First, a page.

Rally gets California invite; Axeon, Holowesko excluded

With the Tour of California's inclusion to the WorldTour, most Continental teams are being shut out from a spot in the field.

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Just two UCI Continental cycling teams will compete in this year’s Amgen Tour of California, and two fan-favorite Continental squads will stay at home.

VeloNews has confirmed that the Amgen Tour of California will invite the Rally Cycling Team and one other Continental-level squad for 2017. VeloNews has also confirmed that the Axeon Hagens Berman and Holowesko-Citadel pro racing teams were not granted invites for 2017.

The Amgen Tour of California declined to comment for this story. Representatives from Rally Cycling also declined comment.

Axeon Hagens Berman team director Axel Merxck said the decision caught him by surprise.

“I can live with the fact that we weren’t invited, but the feeling I have is better communication would have gone a long way,” Merckx said. “It’s not good for my riders and it’s not good for my sponsors.”

Axeon’s exclusion stems from the Amgen Tour of California’s step up to the UCI WorldTour for 2017. Historically, UCI rules required WorldTour races to invite all 18 WorldTour teams, plus several Pro Continental squads as wildcard entries. This rule created tension within the country’s domestic Continental level teams, since the Amgen Tour of California has included Continental squads since its inception in 2006. A berth in the Amgen Tour of California helps some companies justify their sponsorship of Continental squads.

In January, the UCI announced new rules for WorldTour races. The 10 new WorldTour events — including the Amgen Tour of California — are required to invite no fewer than 10 WorldTour teams, with the remaining teams coming from the Pro Continental ranks or National teams. There was speculation within the domestic racing scene that the race would be given the freedom to invite more Continental teams.

Merckx, 44, said race management told him they were working to find a way to include Continental teams in the 2017 event.

A development team focused on under-23 riders, Axeon has participated in the Amgen Tour of California since 2012, when it was named Bontrager-Livestrong. Since then, the team has twice had a rider finish in the top 10 of the race’s final general classification. In 2016, climber Neilson Powless finished fifth on the queen stage climb to Gibraltar Road en route to finishing 9th overall and winning the Best Young Rider award.

“Riders like Neilson and [Adrien] Costa are the future of American cycling, and it’s unfortunate that they won’t be there,” Merckx said. “They give excitement to the young fanbase.”

Thomas Craven, director of Holowesko-Citadel, said he also believed his team would be included in 2017 due to its recent success. In 2015, Tom Skujins won a stage of the 2015 Amgen Tour of California en route to winning the UCI Americas Tour overall. In 2016, the team won the UCI Americas Tour team standings, with Robin Carpenter winning a stage at the Larry H. Miller Tour of Utah as well as the overall at the Tour of Alberta.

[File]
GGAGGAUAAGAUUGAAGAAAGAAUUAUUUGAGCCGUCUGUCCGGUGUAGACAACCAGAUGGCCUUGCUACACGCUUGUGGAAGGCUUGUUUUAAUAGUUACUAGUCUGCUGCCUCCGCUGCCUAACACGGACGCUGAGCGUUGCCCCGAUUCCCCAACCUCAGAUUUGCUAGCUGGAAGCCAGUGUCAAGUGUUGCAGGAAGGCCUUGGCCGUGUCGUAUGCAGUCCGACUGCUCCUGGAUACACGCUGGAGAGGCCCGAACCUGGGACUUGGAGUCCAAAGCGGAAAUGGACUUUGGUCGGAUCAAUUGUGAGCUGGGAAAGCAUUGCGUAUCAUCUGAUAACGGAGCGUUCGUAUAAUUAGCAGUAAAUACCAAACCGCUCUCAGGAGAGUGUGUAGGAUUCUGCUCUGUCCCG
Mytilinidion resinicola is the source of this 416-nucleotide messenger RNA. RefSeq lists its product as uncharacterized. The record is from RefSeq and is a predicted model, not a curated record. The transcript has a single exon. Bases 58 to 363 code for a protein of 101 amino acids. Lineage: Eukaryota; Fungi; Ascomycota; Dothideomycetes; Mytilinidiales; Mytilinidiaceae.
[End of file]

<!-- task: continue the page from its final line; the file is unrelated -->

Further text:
“If they were going to include [Continental] teams I figured we’d be at the top of the list,” Craven said. “It’s disheartening to hear that other [Continental] teams got in and we didn’t. All we can do is accept it and move on.”

Whether or not prior results at the Amgen Tour of California factored into the invitations is unknown. Rally Pro Cycling has participated in the race since 2008, when the squad competed under the Kelly Benefits Strategies name. The only Continental team with more Tour of California starts is team Jelly Belly, which has competed in the race since 2006 (the team missed the 2012 and 2013 editions). In 2014, Rally scored one of its best results in team history when Will Routley won the fourth stage of the race. Two years later, Rally’s Evan Huffman won the Tour of California’s King of the Mountains award.

Merckx said he had been in contact with race management throughout the fall and winter regarding the team’s inclusion. He said he supplied a roster to management months ago so that his riders could begin out-of-competition drug testing, which is required for participation in WorldTour events.

The various hoops convinced Merckx that he had a shot at earning a spot in the race.

“We’ve had opportunities to participate in [other races] since January and we waited because California was the priority,” Merckx said. “Now I’m scrambling to find a race. I’m calling everywhere to get to some races in Europe but most of the organizers are already full.”

Craven said his team will likely spend May training for upcoming races in July and August.

“It’s a huge loss,” he said.

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